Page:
The second reason is that different testing strategies across countries also matter for the demographics of confirmed positive cases. As it can be seen in the figure below, because of widespread testing in Iceland, the age distribution of COVID-19 positive cases is much younger than in the Netherlands. This does not mean that younger people in Iceland are not respecting social distancing measures, or that the Netherlands has been more effective than Iceland in identifying infections among vulnerable elderly people. On the contrary, countries like Iceland that have effectively tested for COVID-19 early on have been able to identify and isolate clusters of potential infections before they spread to the more vulnerable segments of the population. By doing so, they have limited the number of COVID-19-related deaths and thus reduced the numerator in the calculation of the overall CFR. This is why the demographics of positive cases needs to be considered in the calculation of the overall case-fatality rate to make appropriate comparisons across countries.

The different demographics of COVID-19 positive cases underscore the importance of comparable data that are disaggregated by the patients’ most basic characteristics, notably age and sex. However, these data are only available for a handful of countries, because national health agencies release mainly aggregate figures on the total number of cases, hospitalizations, deaths and recoveries.

We all want to know how the COVID-19 pandemic will evolve. Considering the deep economic implications of the current worldwide standstill, there is a strong pressure to produce projections of the course of the pandemic and its human toll. Yet our efforts will continue to be misguided if we do not coordinate efforts to improve our understanding of where it is across countries through comparable statistics. This could be easily achieved by tracing the evolution not just of the total number of infections and the overall CFR, but also across age groups and for men and women separately.

National health agencies have been disseminating data and indicators about COVID-19 as they see fit because there is no global coordination about how to do so. The World Health Organization has not fulfilled its mandate to facilitate this coordination. Canada, thanks to its longstanding tradition of excellence in statistical reporting, is ideally placed to fill this gap and lead countries around the world to coordinate their monitoring efforts of the pandemic through comparable statistics. This may be one of the crucial steps to win the war against COVID-19.

Source: Beware of COVID-19 projections based on flawed global comparisons

No time to fly blind: To beat COVID 19, Canada needs better data

As we always do! Bit surprised no discussion of what role the Canadian Institute of Health Information (CIHI) could play:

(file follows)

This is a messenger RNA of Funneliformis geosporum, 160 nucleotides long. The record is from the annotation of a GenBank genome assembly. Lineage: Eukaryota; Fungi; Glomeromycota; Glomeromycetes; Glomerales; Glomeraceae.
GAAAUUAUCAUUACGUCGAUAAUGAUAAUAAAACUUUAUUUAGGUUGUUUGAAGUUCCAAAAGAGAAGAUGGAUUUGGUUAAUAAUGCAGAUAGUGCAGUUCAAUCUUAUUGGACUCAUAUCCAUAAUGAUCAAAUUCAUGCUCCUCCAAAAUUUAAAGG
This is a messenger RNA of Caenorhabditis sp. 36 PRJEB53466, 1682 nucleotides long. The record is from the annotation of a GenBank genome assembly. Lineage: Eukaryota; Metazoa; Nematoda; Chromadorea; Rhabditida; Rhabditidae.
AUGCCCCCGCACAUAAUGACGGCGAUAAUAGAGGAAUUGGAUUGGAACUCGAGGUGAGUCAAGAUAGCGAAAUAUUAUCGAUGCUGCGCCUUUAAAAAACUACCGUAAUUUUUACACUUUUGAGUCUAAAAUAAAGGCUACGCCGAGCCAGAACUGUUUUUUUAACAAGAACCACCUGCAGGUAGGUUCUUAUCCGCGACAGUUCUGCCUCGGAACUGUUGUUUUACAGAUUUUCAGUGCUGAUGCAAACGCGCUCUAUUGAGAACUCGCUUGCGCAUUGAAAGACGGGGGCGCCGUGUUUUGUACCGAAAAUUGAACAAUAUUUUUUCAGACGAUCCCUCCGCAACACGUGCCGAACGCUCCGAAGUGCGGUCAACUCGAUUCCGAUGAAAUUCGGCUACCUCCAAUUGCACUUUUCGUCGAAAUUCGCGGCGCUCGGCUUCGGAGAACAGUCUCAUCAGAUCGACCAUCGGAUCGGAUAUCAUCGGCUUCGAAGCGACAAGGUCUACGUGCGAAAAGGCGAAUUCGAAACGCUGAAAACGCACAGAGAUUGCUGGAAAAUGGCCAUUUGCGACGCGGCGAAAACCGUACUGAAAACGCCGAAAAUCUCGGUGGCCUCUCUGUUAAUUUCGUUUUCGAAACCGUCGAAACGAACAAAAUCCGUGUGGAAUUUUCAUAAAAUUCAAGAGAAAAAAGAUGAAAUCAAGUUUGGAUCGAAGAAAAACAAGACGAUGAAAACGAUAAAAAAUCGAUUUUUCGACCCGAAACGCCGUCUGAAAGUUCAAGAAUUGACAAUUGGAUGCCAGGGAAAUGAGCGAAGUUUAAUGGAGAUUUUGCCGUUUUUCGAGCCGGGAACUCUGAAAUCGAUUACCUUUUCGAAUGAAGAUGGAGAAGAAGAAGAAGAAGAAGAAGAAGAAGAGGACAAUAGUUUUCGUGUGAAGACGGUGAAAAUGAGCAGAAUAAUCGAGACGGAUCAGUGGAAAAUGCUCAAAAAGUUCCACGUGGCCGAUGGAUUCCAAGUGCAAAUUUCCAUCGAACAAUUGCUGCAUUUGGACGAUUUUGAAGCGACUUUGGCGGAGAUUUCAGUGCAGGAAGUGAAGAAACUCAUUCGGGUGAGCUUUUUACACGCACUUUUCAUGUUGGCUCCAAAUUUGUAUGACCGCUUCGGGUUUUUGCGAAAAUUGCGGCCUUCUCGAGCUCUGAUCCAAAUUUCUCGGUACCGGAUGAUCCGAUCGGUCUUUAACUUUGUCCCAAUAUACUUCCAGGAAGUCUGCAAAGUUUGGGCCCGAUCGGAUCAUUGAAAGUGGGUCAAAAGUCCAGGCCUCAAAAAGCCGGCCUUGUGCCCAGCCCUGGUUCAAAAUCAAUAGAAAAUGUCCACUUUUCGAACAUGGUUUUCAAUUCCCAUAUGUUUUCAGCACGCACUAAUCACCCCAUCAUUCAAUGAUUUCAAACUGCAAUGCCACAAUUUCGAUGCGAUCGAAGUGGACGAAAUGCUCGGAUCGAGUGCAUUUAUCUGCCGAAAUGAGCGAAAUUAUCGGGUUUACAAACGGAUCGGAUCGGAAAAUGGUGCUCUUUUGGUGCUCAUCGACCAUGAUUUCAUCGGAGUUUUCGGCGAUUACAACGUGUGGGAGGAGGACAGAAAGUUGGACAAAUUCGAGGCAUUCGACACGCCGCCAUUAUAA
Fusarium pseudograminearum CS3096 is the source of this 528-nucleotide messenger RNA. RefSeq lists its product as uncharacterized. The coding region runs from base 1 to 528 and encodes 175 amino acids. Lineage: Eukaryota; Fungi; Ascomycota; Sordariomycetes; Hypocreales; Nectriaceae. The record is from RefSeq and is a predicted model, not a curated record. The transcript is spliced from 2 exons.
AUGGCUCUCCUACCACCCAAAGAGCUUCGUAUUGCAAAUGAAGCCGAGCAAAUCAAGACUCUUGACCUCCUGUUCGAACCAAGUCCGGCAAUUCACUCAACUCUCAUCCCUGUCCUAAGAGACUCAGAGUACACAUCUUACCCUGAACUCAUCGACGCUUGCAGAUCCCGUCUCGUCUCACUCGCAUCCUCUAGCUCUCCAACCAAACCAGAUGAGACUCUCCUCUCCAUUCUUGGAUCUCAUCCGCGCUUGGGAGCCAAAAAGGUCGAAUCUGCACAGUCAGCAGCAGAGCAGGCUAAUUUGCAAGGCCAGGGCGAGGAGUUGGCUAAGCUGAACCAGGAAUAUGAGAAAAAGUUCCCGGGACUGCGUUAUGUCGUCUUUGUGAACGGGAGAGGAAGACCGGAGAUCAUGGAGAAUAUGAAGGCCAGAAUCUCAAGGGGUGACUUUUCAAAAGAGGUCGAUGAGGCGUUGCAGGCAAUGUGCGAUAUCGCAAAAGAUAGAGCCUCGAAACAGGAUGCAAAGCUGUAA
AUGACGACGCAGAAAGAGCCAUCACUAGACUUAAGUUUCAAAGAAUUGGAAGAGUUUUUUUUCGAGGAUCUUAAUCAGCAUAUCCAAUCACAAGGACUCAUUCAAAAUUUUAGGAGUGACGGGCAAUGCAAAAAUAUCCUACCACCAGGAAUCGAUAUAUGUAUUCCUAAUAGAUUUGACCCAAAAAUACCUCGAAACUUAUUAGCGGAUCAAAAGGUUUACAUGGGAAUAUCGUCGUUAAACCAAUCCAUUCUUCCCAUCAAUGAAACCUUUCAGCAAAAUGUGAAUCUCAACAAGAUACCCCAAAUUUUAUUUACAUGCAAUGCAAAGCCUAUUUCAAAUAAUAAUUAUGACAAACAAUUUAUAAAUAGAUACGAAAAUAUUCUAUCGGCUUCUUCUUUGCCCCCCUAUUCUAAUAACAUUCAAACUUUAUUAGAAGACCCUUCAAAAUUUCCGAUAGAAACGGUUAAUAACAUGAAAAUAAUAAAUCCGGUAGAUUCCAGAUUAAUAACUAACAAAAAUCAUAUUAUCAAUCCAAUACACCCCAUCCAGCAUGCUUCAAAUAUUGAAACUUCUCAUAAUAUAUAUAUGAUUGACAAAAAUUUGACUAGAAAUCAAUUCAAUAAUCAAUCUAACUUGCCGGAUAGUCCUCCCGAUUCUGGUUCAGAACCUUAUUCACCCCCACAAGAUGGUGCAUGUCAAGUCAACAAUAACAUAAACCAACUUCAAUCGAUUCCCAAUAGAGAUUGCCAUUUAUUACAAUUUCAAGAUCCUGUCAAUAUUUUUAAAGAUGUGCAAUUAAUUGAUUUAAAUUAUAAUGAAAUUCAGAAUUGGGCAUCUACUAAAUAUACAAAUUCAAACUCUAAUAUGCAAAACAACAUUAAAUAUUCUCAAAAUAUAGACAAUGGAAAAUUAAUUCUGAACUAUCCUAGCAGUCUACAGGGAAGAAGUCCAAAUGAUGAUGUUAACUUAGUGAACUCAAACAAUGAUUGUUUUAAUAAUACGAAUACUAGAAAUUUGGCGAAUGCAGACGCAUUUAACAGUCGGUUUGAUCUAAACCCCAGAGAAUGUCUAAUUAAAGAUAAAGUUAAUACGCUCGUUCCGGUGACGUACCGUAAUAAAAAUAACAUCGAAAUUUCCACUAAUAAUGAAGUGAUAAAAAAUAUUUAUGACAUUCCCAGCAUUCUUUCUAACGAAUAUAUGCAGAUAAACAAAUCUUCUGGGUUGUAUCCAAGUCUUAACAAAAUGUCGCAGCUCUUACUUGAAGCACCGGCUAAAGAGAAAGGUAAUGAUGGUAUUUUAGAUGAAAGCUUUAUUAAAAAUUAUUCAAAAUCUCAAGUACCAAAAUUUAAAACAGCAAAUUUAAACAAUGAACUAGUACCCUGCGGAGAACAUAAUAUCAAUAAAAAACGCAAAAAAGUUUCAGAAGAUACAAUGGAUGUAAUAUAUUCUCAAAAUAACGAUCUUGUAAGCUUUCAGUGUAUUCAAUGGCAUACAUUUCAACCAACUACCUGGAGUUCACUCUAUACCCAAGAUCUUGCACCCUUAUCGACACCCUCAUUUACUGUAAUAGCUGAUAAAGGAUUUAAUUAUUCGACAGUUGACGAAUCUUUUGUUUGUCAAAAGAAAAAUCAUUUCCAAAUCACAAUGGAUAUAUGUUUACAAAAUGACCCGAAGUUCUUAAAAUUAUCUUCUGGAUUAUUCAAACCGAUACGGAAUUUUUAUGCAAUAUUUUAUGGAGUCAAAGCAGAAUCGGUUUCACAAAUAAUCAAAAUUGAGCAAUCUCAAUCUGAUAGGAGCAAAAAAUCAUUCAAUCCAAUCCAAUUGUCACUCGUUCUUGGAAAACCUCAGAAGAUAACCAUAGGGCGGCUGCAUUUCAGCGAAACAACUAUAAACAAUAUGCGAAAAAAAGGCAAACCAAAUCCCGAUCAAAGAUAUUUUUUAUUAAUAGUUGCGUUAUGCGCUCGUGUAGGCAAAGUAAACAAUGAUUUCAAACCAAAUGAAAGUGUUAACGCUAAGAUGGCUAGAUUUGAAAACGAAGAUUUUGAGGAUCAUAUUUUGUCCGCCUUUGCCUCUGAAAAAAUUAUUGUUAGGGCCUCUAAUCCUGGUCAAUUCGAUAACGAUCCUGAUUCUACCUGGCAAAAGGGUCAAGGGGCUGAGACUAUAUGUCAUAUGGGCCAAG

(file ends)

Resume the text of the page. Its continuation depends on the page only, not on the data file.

Accurate information is critical to fight a health emergency like the COVID-19 pandemic. Robust data identifies the scale of the problem. It enables the prioritization of human, financial and material resources for an effective and efficient response. It allows for public scrutiny, advocacy and accountability. It builds trust. It provides authorities with tools to counter misinformation. It will enable us to slowly and safely return to economic and social activity.

In short, good data can mean the difference between life and death – or in the case of a pandemic, tens of thousands of deaths. Yet in the face of the greatest international health crisis in a generation, Canada is falling short.

Prime Minister Trudeau promised better data. To deliver on this promise, the Public Health Agency must mandate standardized information reporting for provincial and district public health authorities. These standardized templates would outline the data and information to be reported, how it should be collected and how it should be shared. Moreover, the Agency should urgently provide financial and technical resources to improve information management at all levels of the public health response.

At first glance COVID-19 data appears to be plentiful – case numbers and graphs are splashed across news reports and public health websites. Public health agencies produce epidemiological reports with colourful graphs and charts. Officials quote modelling estimates of projected case numbers and fatalities.

But in reality the value  of this information is limited. Efforts to fill in information gaps with modelling is a short-term and imperfect substitute for real-time data.  The data that does exist is of questionable validity given low testing numbers within the population and delays in receiving test results. Moreover, the data is not gathered, compiled or presented in a consistent manner by health authorities across the country. Different case definitions make comparison within and across provinces difficult. Sex and age disaggregated figures are not always provided. Some areas report hospitalization and intensive care unit numbers, some do not. Warnings of medical equipment and personal protective equipment (PPE) shortages are widespread, yet inventories of PPE stockpiles are frequently not given.